The door broke, and the Heads of the Houses themselves rushed into the inner courtyard, racing to the Throne Room, each clamoring to be the first to sit. Each had a weapon of some sort– swords, mostly– and they slashed wildly at each other as they ran, hoping to delay or better yet kill one of their opponents. Mercenaries and commonfolk raced after them, armed and ready to defend or kill whoever sat on the Throne, depending on who it was.

The doors to the Throne Room flew open and hit the walls with a heavy thud. The Heads of the Houses raced the length of the Throne Room, only to come to a sudden halt ten feet from the Throne itself. In the seat was Tavor... but he was already dead. His body had been seen in the inner courtyard when they‘d raced by. It was an imposter: someone in Tavor’s crested helmet and bearing his heavy sword.

“What petty people!” The Tavor-imposter said in a voice that was nether man’s nor boy’s. “You would destroy a great and prosperous Kingdom and kill hundreds– thousands!– of people just to further your own selves?”

The imposter stood and threw Tavor’s heavy sword to the feet of the five Heads of Houses.

“A great tragedy has happened today. Two, in fact. Good King Prewitt is dead, yes, and that is a tragedy, but it is small compared to your own small-minded actions. You have killed a great man, the man who should have been King, and you’ve probably trampled his body to pieces in your ridiculous race to the Throne. What is this Throne? A chair! Simple wood! Yes, there is gold inlay and silk cushioning, but it is a chair! You’ve been fighting over a chair!

“The other great tragedy is the massacre of so many people who want nothing but to live in peace! These people,” the imposter waved a hand over the growing crowd of commoners that were filling the great Throne Room, “are the Kingdom. The Osmond line was great because they did not rule over the people. They ruled for the people. I have lived in the castle. I am young, but I have seen how King Prewitt’s father and even King Prewitt made decisions. Everything was decided by the question, ‘Is this what’s best for the commonfolk?’ Not for the Nobles, not for the King, for the commonfolk. And here you are, killing the commonfolk over the right to sit in a chair!

“You House Heads... or should I say House Asses, since that’s what you’re acting like... seem to have forgotten what made you Nobles! But I know history, and I will remind you.

“This great Kingdom began as a simple village. It grew and grew until it became a township and then a city. It was ruled by a Village Council, even when it grew so large that the Council contained almost fifty people. And it was still reliant on the produce of the farms, as we still are now.

“A crisis came upon the city: a violent Lord from another land wanted to steal our resources and destroy us. Our humble city was becoming a threat. From somewhere in our community of farmers came boys who picked up pitchforks and hatchets, kitchen knives and hammers, and defended our homeland from the Lord. Six survived.

“Those six boys grew into men, all of them brave and smart, since they wandered away for a time to find a better way to keep our community alive. When they returned, it was with one plan: they would turn our little city into a Kingdom, a small one, and rule it together. One King, and five Houses to support him. All the people saw the wisdom of the plan and agreed to it. But who would become the King, and who would become the first Heads of the Houses?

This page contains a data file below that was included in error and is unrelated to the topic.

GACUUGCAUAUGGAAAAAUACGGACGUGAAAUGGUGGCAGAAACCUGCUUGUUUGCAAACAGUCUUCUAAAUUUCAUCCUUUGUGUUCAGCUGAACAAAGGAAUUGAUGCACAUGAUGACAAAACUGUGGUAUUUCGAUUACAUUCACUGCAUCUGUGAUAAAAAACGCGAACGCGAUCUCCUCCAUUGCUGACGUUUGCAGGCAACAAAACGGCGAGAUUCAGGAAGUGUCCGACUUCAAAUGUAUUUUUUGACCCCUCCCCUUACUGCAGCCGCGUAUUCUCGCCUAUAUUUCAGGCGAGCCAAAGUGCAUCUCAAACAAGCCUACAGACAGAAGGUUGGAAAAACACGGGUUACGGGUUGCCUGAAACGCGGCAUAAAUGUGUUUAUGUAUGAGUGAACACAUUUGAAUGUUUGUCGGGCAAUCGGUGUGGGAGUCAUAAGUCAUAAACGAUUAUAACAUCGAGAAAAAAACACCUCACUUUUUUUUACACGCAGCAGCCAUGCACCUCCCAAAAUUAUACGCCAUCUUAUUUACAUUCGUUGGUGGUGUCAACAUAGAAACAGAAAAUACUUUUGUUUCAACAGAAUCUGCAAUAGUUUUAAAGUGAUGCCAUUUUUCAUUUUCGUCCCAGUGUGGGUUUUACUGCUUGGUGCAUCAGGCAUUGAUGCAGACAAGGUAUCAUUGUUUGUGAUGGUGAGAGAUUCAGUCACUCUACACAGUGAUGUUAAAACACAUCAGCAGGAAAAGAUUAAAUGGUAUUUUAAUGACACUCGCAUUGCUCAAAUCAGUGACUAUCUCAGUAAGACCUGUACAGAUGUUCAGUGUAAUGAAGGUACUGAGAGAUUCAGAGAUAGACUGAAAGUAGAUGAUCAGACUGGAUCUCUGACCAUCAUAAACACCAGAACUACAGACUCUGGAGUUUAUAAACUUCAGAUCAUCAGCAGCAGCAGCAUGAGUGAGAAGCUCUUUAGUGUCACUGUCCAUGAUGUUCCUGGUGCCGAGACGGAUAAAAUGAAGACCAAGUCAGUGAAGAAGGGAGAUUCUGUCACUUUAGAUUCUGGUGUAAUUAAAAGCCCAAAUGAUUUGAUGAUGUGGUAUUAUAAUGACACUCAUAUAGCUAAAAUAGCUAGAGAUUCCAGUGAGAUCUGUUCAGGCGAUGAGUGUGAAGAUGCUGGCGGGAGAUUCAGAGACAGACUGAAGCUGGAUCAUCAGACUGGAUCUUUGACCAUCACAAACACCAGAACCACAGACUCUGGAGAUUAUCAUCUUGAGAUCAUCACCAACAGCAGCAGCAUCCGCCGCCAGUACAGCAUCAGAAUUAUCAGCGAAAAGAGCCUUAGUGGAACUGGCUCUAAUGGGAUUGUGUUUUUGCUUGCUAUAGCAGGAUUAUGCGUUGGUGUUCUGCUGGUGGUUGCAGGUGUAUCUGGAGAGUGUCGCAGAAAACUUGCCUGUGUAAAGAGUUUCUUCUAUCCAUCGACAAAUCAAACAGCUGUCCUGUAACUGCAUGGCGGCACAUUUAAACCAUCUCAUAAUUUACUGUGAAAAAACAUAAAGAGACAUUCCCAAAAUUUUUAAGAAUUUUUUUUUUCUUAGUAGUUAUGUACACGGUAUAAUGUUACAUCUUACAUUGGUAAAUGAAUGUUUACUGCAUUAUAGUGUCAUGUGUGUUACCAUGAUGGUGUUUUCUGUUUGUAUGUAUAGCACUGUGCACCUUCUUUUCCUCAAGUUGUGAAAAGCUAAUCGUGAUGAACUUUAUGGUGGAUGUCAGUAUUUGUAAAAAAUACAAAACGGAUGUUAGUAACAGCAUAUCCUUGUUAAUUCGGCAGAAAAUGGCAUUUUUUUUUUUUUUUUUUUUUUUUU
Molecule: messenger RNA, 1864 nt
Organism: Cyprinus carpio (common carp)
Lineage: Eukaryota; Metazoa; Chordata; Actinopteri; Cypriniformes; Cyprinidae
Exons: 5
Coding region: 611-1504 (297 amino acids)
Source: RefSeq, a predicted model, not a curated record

“The six friends, all now Knights, drew straws, and the first Osmond King was crowned. His throne was a haystack, and his crown was a plain cloth hat. His robe was a farmer’s jacket, and his scepter was his sword. His name was Wheaton, for he was a the humble son of a wheat farmer, but when he became the first King, he took the name Osmond. Divine Protector.

“His five friends became the founders of the five Noble Houses, but like Wheaton, they had simple farmer’s names. To always remind themselves of their duties to the people of our Kingdom, they took on different names.”

The Tavor-imposter stepped down from the throne and approached Ingram of House Arlen.

“Ingram Arlen, your name means ‘pledge’. Your ancestor, a simple cattleherd, pledged himself to the people. What have you pledged yourself to?

“Ali Dumaka. Your miller ancestor named himself the ‘helping hand’. How many of these people have you helped? Ever?

“Haroun Volker, descendant of the ‘people’s guard’. I saw you icily kill a half-crippled old man on your way to this room. You are quite a guard.

“Camilo Dorrel. You came from a farmhand, not even a landowner! Your farmhand ancestor named himself the ‘King’s doorkeeper’. Were you not the one who broke it down?

“Mehtar Ithel, you are descended of the ‘generous lord’. Have you ever wondered why your House is so small and lacks the vast wealth of the others? Much of your family’s earnings went back to the people: those who needed it.”

The imposter returned to the Throne. “I did not deserve to sit in this chair that has seated so many great men who never lost sight of what was most important. I am nowhere near their goodness. But for any of you to sit in it would be a crime. You do not deserve to be called Noble. Now kill me if you still want this chair. It would fit in with the other wrongs you’ve been doing.”

The Throne Room was silent for a long time. In the back of the room, someone broke the silence. “What is your name?”

“I am Kayle. I was a squire to the King.”

The voice returned. “King Kayle!”

The people kneeled one by one. It rippled from the back of the Throne Room to the front along with whispers of “King Kayle” and “The new King”. When finally the Heads of the Houses were the only ones left standing, they too knelt. Camile Dorrel pressed his head to the floor, and the others followed suit. It was a shepherd who was the first to rise. He picked up the discarded sword of Tavor and presented it to Kayle.

“My King. I can only beg you will rule as the Osmond line did.”

“I cannot be your King.” The squire’s voice had been lost, but it seemed to find its way back at just that moment. Kayle removed the helmet. Walnut-colored hair tumbled down to her shoulders.

The Heads of Houses and the commonfolk remained kneeling. The shepherd was the first to find his voice. “Then be our Queen.”

“I can do that.”

No comments:

Post a Comment